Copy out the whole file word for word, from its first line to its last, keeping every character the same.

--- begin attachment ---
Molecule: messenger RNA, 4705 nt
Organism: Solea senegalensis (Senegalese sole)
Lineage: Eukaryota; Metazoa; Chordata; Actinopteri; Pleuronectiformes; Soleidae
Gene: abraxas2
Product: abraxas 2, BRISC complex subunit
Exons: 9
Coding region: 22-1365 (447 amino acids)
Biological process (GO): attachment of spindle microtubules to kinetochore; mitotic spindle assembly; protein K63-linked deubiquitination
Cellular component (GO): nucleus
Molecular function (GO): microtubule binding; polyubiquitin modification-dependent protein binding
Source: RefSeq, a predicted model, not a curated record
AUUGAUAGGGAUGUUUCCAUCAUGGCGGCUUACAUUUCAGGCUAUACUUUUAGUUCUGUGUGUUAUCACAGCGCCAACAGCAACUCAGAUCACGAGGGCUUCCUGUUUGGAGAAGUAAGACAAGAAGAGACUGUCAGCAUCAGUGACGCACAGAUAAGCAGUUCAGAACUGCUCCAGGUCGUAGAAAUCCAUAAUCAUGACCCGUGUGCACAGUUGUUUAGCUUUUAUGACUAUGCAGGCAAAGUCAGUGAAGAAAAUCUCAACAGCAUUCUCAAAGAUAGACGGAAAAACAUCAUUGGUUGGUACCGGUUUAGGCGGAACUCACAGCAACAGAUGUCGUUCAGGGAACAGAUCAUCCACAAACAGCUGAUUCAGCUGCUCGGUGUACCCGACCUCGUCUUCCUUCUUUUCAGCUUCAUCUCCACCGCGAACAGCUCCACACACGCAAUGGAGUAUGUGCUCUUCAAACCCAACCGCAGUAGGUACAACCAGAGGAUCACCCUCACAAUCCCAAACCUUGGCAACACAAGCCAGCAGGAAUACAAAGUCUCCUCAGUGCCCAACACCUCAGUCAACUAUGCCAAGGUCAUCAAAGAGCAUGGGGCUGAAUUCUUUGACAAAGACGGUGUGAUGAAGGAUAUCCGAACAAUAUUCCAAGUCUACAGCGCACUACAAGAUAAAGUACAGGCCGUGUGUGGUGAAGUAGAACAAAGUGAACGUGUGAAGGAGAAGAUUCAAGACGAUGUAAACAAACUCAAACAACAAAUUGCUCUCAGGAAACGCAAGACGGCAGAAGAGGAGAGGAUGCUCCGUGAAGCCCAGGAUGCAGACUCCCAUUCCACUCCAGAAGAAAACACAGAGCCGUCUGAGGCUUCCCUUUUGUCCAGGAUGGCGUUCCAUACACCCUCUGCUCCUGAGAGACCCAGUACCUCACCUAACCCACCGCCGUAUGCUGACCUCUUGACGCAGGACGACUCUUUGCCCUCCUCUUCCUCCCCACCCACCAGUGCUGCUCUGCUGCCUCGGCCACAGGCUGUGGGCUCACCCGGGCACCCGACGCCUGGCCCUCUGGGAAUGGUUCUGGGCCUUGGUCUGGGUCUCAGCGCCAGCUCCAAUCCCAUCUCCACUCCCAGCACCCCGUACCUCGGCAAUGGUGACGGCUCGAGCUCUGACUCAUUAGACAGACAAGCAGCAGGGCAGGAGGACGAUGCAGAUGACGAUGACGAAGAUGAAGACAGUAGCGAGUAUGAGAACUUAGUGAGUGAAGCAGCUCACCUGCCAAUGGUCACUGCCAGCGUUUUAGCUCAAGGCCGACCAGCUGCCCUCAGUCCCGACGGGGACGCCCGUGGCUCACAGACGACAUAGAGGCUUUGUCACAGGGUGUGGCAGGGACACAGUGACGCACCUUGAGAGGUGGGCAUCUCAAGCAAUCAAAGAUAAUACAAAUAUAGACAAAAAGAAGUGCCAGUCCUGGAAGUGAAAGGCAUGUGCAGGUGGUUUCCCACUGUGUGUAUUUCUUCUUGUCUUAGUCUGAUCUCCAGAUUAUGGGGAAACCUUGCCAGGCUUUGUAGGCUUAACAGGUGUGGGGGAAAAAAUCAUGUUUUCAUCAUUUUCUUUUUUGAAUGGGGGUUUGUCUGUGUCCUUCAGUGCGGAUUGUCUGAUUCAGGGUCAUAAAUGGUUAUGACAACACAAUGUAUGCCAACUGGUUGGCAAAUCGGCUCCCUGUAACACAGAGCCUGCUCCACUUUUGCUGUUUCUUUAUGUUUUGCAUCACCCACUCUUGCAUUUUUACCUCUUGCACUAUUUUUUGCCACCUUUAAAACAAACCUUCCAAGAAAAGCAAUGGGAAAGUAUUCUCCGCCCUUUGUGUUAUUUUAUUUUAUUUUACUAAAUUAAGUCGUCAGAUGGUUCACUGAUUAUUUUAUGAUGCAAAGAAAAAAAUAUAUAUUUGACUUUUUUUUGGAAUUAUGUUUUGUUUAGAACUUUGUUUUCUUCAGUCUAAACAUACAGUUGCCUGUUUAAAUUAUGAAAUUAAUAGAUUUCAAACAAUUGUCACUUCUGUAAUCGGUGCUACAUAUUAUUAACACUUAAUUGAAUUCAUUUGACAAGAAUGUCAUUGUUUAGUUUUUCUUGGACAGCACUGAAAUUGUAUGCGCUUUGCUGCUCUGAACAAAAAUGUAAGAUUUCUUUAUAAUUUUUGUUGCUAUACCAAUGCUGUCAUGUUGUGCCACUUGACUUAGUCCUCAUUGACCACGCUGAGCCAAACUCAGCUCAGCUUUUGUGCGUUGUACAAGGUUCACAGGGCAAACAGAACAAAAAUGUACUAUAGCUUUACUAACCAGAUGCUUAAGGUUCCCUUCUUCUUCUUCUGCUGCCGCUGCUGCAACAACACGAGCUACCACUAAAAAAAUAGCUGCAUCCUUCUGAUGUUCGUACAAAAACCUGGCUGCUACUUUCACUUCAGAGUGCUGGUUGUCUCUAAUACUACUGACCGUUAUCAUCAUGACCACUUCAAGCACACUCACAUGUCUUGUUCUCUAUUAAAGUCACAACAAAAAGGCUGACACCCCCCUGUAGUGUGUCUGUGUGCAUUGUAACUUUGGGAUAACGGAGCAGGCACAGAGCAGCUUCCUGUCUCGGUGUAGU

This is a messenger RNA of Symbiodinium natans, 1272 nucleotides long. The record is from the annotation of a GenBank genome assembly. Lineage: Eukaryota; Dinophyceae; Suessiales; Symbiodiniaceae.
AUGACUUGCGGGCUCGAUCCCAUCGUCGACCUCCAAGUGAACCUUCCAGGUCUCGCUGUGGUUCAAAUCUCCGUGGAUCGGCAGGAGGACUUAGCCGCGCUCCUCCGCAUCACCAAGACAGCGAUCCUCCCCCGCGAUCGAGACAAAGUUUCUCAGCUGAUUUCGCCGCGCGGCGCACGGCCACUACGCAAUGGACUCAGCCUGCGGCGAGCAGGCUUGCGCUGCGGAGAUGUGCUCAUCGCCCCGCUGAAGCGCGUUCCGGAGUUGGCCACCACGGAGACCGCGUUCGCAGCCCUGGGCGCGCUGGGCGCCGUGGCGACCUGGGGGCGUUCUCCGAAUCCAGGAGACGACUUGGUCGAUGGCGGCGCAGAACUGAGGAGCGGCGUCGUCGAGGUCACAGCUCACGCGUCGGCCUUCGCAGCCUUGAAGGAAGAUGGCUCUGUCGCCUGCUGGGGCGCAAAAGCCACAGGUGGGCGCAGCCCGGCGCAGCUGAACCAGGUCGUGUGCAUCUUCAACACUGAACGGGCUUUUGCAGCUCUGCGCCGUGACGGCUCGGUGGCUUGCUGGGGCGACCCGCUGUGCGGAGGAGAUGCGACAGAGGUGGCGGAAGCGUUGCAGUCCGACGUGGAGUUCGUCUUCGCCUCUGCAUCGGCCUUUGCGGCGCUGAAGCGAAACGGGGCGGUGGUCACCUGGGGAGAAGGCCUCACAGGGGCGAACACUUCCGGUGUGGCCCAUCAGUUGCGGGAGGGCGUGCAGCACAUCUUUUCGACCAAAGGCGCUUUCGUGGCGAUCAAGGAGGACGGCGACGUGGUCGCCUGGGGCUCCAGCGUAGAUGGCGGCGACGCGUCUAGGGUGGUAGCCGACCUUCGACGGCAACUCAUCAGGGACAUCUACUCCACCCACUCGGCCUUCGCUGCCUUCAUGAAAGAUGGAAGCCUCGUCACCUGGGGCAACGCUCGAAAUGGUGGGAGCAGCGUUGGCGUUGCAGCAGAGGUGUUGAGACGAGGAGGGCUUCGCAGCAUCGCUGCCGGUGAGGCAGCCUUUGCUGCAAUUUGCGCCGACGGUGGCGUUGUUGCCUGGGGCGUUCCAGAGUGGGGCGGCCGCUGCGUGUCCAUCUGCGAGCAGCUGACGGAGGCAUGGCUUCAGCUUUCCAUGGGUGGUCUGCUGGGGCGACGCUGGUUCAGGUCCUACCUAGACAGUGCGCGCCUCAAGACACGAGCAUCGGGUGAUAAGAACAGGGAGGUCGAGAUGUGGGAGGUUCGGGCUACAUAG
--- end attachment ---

Molecule: messenger RNA, 4705 nt
Organism: Solea senegalensis (Senegalese sole)
Lineage: Eukaryota; Metazoa; Chordata; Actinopteri; Pleuronectiformes; Soleidae
Gene: abraxas2
Product: abraxas 2, BRISC complex subunit
Exons: 9
Coding region: 22-1365 (447 amino acids)
Biological process (GO): attachment of spindle microtubules to kinetochore; mitotic spindle assembly; protein K63-linked deubiquitination
Cellular component (GO): nucleus
Molecular function (GO): microtubule binding; polyubiquitin modification-dependent protein binding
Source: RefSeq, a predicted model, not a curated record
AUUGAUAGGGAUGUUUCCAUCAUGGCGGCUUACAUUUCAGGCUAUACUUUUAGUUCUGUGUGUUAUCACAGCGCCAACAGCAACUCAGAUCACGAGGGCUUCCUGUUUGGAGAAGUAAGACAAGAAGAGACUGUCAGCAUCAGUGACGCACAGAUAAGCAGUUCAGAACUGCUCCAGGUCGUAGAAAUCCAUAAUCAUGACCCGUGUGCACAGUUGUUUAGCUUUUAUGACUAUGCAGGCAAAGUCAGUGAAGAAAAUCUCAACAGCAUUCUCAAAGAUAGACGGAAAAACAUCAUUGGUUGGUACCGGUUUAGGCGGAACUCACAGCAACAGAUGUCGUUCAGGGAACAGAUCAUCCACAAACAGCUGAUUCAGCUGCUCGGUGUACCCGACCUCGUCUUCCUUCUUUUCAGCUUCAUCUCCACCGCGAACAGCUCCACACACGCAAUGGAGUAUGUGCUCUUCAAACCCAACCGCAGUAGGUACAACCAGAGGAUCACCCUCACAAUCCCAAACCUUGGCAACACAAGCCAGCAGGAAUACAAAGUCUCCUCAGUGCCCAACACCUCAGUCAACUAUGCCAAGGUCAUCAAAGAGCAUGGGGCUGAAUUCUUUGACAAAGACGGUGUGAUGAAGGAUAUCCGAACAAUAUUCCAAGUCUACAGCGCACUACAAGAUAAAGUACAGGCCGUGUGUGGUGAAGUAGAACAAAGUGAACGUGUGAAGGAGAAGAUUCAAGACGAUGUAAACAAACUCAAACAACAAAUUGCUCUCAGGAAACGCAAGACGGCAGAAGAGGAGAGGAUGCUCCGUGAAGCCCAGGAUGCAGACUCCCAUUCCACUCCAGAAGAAAACACAGAGCCGUCUGAGGCUUCCCUUUUGUCCAGGAUGGCGUUCCAUACACCCUCUGCUCCUGAGAGACCCAGUACCUCACCUAACCCACCGCCGUAUGCUGACCUCUUGACGCAGGACGACUCUUUGCCCUCCUCUUCCUCCCCACCCACCAGUGCUGCUCUGCUGCCUCGGCCACAGGCUGUGGGCUCACCCGGGCACCCGACGCCUGGCCCUCUGGGAAUGGUUCUGGGCCUUGGUCUGGGUCUCAGCGCCAGCUCCAAUCCCAUCUCCACUCCCAGCACCCCGUACCUCGGCAAUGGUGACGGCUCGAGCUCUGACUCAUUAGACAGACAAGCAGCAGGGCAGGAGGACGAUGCAGAUGACGAUGACGAAGAUGAAGACAGUAGCGAGUAUGAGAACUUAGUGAGUGAAGCAGCUCACCUGCCAAUGGUCACUGCCAGCGUUUUAGCUCAAGGCCGACCAGCUGCCCUCAGUCCCGACGGGGACGCCCGUGGCUCACAGACGACAUAGAGGCUUUGUCACAGGGUGUGGCAGGGACACAGUGACGCACCUUGAGAGGUGGGCAUCUCAAGCAAUCAAAGAUAAUACAAAUAUAGACAAAAAGAAGUGCCAGUCCUGGAAGUGAAAGGCAUGUGCAGGUGGUUUCCCACUGUGUGUAUUUCUUCUUGUCUUAGUCUGAUCUCCAGAUUAUGGGGAAACCUUGCCAGGCUUUGUAGGCUUAACAGGUGUGGGGGAAAAAAUCAUGUUUUCAUCAUUUUCUUUUUUGAAUGGGGGUUUGUCUGUGUCCUUCAGUGCGGAUUGUCUGAUUCAGGGUCAUAAAUGGUUAUGACAACACAAUGUAUGCCAACUGGUUGGCAAAUCGGCUCCCUGUAACACAGAGCCUGCUCCACUUUUGCUGUUUCUUUAUGUUUUGCAUCACCCACUCUUGCAUUUUUACCUCUUGCACUAUUUUUUGCCACCUUUAAAACAAACCUUCCAAGAAAAGCAAUGGGAAAGUAUUCUCCGCCCUUUGUGUUAUUUUAUUUUAUUUUACUAAAUUAAGUCGUCAGAUGGUUCACUGAUUAUUUUAUGAUGCAAAGAAAAAAAUAUAUAUUUGACUUUUUUUUGGAAUUAUGUUUUGUUUAGAACUUUGUUUUCUUCAGUCUAAACAUACAGUUGCCUGUUUAAAUUAUGAAAUUAAUAGAUUUCAAACAAUUGUCACUUCUGUAAUCGGUGCUACAUAUUAUUAACACUUAAUUGAAUUCAUUUGACAAGAAUGUCAUUGUUUAGUUUUUCUUGGACAGCACUGAAAUUGUAUGCGCUUUGCUGCUCUGAACAAAAAUGUAAGAUUUCUUUAUAAUUUUUGUUGCUAUACCAAUGCUGUCAUGUUGUGCCACUUGACUUAGUCCUCAUUGACCACGCUGAGCCAAACUCAGCUCAGCUUUUGUGCGUUGUACAAGGUUCACAGGGCAAACAGAACAAAAAUGUACUAUAGCUUUACUAACCAGAUGCUUAAGGUUCCCUUCUUCUUCUUCUGCUGCCGCUGCUGCAACAACACGAGCUACCACUAAAAAAAUAGCUGCAUCCUUCUGAUGUUCGUACAAAAACCUGGCUGCUACUUUCACUUCAGAGUGCUGGUUGUCUCUAAUACUACUGACCGUUAUCAUCAUGACCACUUCAAGCACACUCACAUGUCUUGUUCUCUAUUAAAGUCACAACAAAAAGGCUGACACCCCCCUGUAGUGUGUCUGUGUGCAUUGUAACUUUGGGAUAACGGAGCAGGCACAGAGCAGCUUCCUGUCUCGGUGUAGU

This is a messenger RNA of Symbiodinium natans, 1272 nucleotides long. The record is from the annotation of a GenBank genome assembly. Lineage: Eukaryota; Dinophyceae; Suessiales; Symbiodiniaceae.
AUGACUUGCGGGCUCGAUCCCAUCGUCGACCUCCAAGUGAACCUUCCAGGUCUCGCUGUGGUUCAAAUCUCCGUGGAUCGGCAGGAGGACUUAGCCGCGCUCCUCCGCAUCACCAAGACAGCGAUCCUCCCCCGCGAUCGAGACAAAGUUUCUCAGCUGAUUUCGCCGCGCGGCGCACGGCCACUACGCAAUGGACUCAGCCUGCGGCGAGCAGGCUUGCGCUGCGGAGAUGUGCUCAUCGCCCCGCUGAAGCGCGUUCCGGAGUUGGCCACCACGGAGACCGCGUUCGCAGCCCUGGGCGCGCUGGGCGCCGUGGCGACCUGGGGGCGUUCUCCGAAUCCAGGAGACGACUUGGUCGAUGGCGGCGCAGAACUGAGGAGCGGCGUCGUCGAGGUCACAGCUCACGCGUCGGCCUUCGCAGCCUUGAAGGAAGAUGGCUCUGUCGCCUGCUGGGGCGCAAAAGCCACAGGUGGGCGCAGCCCGGCGCAGCUGAACCAGGUCGUGUGCAUCUUCAACACUGAACGGGCUUUUGCAGCUCUGCGCCGUGACGGCUCGGUGGCUUGCUGGGGCGACCCGCUGUGCGGAGGAGAUGCGACAGAGGUGGCGGAAGCGUUGCAGUCCGACGUGGAGUUCGUCUUCGCCUCUGCAUCGGCCUUUGCGGCGCUGAAGCGAAACGGGGCGGUGGUCACCUGGGGAGAAGGCCUCACAGGGGCGAACACUUCCGGUGUGGCCCAUCAGUUGCGGGAGGGCGUGCAGCACAUCUUUUCGACCAAAGGCGCUUUCGUGGCGAUCAAGGAGGACGGCGACGUGGUCGCCUGGGGCUCCAGCGUAGAUGGCGGCGACGCGUCUAGGGUGGUAGCCGACCUUCGACGGCAACUCAUCAGGGACAUCUACUCCACCCACUCGGCCUUCGCUGCCUUCAUGAAAGAUGGAAGCCUCGUCACCUGGGGCAACGCUCGAAAUGGUGGGAGCAGCGUUGGCGUUGCAGCAGAGGUGUUGAGACGAGGAGGGCUUCGCAGCAUCGCUGCCGGUGAGGCAGCCUUUGCUGCAAUUUGCGCCGACGGUGGCGUUGUUGCCUGGGGCGUUCCAGAGUGGGGCGGCCGCUGCGUGUCCAUCUGCGAGCAGCUGACGGAGGCAUGGCUUCAGCUUUCCAUGGGUGGUCUGCUGGGGCGACGCUGGUUCAGGUCCUACCUAGACAGUGCGCGCCUCAAGACACGAGCAUCGGGUGAUAAGAACAGGGAGGUCGAGAUGUGGGAGGUUCGGGCUACAUAG